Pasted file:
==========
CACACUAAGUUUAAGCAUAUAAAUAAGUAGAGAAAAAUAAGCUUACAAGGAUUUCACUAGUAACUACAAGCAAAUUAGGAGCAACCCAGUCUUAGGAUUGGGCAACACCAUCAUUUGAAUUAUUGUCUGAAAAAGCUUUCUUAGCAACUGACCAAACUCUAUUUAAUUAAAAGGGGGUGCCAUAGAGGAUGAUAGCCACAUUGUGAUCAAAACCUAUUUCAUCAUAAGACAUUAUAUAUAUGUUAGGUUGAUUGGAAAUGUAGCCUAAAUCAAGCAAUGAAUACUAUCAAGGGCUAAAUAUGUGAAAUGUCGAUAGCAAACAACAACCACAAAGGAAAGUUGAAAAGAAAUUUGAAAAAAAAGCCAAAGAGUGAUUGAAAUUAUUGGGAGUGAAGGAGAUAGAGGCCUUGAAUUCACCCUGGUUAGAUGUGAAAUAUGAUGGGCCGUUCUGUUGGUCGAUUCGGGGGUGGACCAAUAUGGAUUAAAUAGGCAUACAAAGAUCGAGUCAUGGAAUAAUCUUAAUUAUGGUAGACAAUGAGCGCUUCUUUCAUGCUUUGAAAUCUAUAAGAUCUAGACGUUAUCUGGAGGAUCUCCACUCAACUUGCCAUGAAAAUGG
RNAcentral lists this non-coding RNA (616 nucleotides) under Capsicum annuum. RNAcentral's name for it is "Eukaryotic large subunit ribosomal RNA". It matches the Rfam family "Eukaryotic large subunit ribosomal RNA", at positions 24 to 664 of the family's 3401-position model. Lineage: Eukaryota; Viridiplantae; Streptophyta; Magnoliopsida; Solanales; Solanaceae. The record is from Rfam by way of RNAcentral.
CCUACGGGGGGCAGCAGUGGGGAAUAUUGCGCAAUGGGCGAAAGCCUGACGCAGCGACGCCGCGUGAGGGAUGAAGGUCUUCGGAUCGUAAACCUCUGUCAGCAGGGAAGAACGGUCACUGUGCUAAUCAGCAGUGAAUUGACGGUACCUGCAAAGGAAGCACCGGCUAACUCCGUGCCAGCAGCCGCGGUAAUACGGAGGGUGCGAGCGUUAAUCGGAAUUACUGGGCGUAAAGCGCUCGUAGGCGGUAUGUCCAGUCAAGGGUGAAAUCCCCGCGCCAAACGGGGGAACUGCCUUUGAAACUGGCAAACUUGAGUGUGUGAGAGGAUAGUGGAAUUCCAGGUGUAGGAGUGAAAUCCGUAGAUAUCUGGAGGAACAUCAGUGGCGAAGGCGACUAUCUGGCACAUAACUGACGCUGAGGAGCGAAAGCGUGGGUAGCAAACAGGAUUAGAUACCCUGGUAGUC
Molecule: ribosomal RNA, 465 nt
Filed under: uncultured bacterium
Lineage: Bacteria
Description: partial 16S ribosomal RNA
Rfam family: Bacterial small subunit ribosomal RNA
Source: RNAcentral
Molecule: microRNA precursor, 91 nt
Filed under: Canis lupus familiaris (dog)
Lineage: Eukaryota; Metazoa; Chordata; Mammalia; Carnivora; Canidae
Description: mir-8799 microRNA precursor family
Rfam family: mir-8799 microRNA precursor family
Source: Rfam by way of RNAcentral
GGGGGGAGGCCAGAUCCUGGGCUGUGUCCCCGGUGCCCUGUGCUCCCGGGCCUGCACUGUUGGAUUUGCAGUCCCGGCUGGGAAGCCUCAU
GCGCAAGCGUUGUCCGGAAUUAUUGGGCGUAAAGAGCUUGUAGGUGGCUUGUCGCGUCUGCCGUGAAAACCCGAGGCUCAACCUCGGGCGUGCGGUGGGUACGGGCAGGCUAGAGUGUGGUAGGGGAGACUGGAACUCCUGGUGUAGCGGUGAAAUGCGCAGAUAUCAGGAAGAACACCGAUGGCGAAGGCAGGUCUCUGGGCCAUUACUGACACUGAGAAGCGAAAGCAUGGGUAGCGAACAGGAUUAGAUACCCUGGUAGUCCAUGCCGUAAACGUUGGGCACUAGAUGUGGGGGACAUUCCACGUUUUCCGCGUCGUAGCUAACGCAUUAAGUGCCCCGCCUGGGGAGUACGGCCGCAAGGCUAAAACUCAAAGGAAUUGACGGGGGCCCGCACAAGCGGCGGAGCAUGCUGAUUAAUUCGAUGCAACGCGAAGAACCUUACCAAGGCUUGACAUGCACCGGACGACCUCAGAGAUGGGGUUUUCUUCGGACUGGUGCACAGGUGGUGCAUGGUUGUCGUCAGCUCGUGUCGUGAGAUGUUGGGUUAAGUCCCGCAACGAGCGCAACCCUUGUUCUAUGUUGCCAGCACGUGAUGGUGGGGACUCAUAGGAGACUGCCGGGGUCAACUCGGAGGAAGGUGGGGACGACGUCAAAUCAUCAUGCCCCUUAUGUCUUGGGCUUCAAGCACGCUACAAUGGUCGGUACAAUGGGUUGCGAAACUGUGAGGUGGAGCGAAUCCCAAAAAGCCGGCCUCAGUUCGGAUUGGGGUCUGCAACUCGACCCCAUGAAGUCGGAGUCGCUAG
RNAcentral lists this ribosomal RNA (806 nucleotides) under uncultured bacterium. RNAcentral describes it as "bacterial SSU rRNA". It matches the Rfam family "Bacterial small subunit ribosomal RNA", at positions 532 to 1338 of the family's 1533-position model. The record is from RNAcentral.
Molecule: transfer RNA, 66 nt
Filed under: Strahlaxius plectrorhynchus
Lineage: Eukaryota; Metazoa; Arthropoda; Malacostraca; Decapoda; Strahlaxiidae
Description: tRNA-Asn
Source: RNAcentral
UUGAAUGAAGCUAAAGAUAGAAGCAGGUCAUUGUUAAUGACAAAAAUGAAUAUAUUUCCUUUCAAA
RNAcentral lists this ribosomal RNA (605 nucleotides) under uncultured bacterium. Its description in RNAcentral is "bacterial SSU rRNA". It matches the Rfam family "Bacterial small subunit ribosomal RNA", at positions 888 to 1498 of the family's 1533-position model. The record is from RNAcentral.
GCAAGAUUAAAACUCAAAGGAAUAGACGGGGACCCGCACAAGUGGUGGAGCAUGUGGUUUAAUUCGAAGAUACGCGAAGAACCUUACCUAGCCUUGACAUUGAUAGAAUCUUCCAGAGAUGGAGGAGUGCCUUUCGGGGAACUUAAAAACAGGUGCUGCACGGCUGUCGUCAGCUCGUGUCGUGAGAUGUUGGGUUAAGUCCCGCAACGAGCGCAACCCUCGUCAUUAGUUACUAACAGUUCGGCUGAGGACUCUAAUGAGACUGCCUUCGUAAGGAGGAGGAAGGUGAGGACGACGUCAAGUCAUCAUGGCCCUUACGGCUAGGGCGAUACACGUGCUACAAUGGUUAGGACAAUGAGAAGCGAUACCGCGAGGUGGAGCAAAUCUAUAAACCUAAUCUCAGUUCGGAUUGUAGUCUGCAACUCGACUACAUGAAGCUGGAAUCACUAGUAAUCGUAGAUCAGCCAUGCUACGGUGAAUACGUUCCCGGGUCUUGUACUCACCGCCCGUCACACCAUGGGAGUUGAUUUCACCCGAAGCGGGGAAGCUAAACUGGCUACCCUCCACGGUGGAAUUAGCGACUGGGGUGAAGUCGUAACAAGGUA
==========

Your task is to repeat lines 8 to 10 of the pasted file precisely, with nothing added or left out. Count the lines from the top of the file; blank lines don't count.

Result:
Rfam family: Bacterial small subunit ribosomal RNA
Source: RNAcentral
Molecule: microRNA precursor, 91 nt